New: A daily newsletter defining what matters in business and markets

Stories

1. The Cohen confessions: Mueller investigation secures plea on Russia lies

Photo: Drew Angerer/Getty Images

A November surprise: Michael Cohen pleads guilty for lying to Congress about the plans to build a Trump Tower in Moscow, shining a freshly uncomfortable spotlight on President Trump.

Why it matters: "The new guilty plea firmly — and dramatically — shifts the narrative and timeline of the Russia investigation," journalist Garrett Graff writes for WIRED. "While pursuing the White House, Donald Trump was also pursuing personal business deals with a foreign adversary that, according to Mueller’s earlier indictments, engaged in a multifaceted, complex, expensive, and long-running criminal conspiracy to help deliver Trump to the presidency."

Between the lines: The former Trump lawyer reportedly said in court that his three lies were out of loyalty to the president, per NBC News' Tom Winter.The lies, listed:

  • Lie #1: The Moscow Project ended in January 2016 and was not discussed extensively with others in the Trump Organization.
  • Lie #2: Cohen never agreed to travel to Russia in connection with the Moscow Project and "never considered" asking President Trump to travel for the project.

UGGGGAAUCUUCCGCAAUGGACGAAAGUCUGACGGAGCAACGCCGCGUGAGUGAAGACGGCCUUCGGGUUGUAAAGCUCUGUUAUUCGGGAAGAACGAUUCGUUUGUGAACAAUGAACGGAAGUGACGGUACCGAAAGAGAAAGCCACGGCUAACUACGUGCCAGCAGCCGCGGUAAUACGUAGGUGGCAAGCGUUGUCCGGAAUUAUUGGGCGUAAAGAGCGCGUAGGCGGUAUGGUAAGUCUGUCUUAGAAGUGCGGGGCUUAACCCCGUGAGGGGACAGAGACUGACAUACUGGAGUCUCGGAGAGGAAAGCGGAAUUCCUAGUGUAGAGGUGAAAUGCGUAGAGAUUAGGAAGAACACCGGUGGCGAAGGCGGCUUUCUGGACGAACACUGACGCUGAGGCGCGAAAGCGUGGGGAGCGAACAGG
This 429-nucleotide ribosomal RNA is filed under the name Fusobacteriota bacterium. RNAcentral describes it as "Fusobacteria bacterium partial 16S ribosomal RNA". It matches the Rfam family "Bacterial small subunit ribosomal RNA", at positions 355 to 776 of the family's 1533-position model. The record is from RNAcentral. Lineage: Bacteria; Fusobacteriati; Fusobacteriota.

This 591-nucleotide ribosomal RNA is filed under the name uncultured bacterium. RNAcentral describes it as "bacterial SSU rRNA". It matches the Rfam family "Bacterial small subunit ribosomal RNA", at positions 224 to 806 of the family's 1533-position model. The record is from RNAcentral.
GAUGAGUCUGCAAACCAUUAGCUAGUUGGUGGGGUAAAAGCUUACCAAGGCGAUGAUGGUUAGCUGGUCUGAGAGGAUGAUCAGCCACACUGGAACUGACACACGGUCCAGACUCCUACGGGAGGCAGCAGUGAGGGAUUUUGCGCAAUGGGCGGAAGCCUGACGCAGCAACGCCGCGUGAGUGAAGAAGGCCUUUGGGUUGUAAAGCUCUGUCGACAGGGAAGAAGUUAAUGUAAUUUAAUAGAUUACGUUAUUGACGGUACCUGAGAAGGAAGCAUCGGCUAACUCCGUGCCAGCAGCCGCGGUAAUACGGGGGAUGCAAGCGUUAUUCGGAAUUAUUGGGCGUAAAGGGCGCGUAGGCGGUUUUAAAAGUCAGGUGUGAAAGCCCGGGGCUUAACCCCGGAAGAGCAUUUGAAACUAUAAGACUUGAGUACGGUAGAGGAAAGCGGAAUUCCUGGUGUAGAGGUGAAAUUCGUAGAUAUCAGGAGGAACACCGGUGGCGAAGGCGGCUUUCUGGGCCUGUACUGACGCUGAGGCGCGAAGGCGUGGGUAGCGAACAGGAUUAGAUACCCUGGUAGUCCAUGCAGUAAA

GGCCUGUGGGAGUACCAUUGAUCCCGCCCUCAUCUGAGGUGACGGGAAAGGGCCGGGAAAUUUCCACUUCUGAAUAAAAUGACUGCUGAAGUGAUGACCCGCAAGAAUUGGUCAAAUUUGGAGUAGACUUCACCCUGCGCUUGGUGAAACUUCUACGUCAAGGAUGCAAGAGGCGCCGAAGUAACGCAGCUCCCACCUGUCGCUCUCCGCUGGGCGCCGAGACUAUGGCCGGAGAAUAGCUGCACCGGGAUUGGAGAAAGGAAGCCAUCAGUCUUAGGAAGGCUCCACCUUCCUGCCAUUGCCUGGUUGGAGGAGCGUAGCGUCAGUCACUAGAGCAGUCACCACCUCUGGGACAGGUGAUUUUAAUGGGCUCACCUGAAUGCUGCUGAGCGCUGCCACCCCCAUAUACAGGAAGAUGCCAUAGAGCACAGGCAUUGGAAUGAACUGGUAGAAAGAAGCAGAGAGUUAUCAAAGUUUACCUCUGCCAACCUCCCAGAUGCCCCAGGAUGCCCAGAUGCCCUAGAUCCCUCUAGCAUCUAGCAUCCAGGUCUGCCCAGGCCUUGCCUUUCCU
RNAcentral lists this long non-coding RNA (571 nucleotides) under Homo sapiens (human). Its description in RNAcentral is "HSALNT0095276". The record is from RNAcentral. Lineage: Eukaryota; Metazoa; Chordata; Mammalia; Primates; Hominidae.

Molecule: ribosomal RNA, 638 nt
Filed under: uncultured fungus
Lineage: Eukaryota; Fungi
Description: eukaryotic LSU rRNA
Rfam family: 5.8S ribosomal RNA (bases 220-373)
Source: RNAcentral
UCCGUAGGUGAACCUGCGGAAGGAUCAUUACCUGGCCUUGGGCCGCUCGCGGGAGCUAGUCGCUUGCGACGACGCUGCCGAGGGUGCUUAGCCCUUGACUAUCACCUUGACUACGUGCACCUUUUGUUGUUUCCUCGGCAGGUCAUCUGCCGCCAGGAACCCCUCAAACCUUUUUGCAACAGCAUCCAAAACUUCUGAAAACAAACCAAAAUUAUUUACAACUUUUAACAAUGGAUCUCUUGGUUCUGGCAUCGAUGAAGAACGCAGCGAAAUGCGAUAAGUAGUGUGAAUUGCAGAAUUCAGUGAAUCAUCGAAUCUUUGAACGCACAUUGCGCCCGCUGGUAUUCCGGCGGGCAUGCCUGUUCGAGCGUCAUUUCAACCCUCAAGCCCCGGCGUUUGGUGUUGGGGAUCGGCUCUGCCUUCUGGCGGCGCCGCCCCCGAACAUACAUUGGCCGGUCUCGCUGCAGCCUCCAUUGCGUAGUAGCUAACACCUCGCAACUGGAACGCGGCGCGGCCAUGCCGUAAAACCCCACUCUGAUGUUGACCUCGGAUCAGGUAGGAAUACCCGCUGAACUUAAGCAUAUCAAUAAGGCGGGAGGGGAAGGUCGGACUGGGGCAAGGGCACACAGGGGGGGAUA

• Lie #3: Cohen did not recall any Russian government response or contact about the Moscow Project.

What they're saying: Trump told reporters today that Cohen is "a weak person" for pleading guilty, adding he thinks Cohen is "lying to get a reduced sentence."

  • In his written responses to Mueller, Trump acknowledged that he discussed plans to build a Trump Tower in Moscow with Cohen before the deal fell through, his lawyer Rudy Giuliani told the New York Times.

The bottom line: "The potential innocent explanations for Trump's behavior over the last two years are being steadily stripped away," Graff tweeted.

  • "Mueller has identified two separate criminal conspiracies that aided Trump in 2016: Russian cyber ops & Cohen's campaign finance violations. Today, we learned that the central figure in one (Cohen) was trying to contact and get help from the central figure in the other (Putin)."

Go deeper:

More stories loading.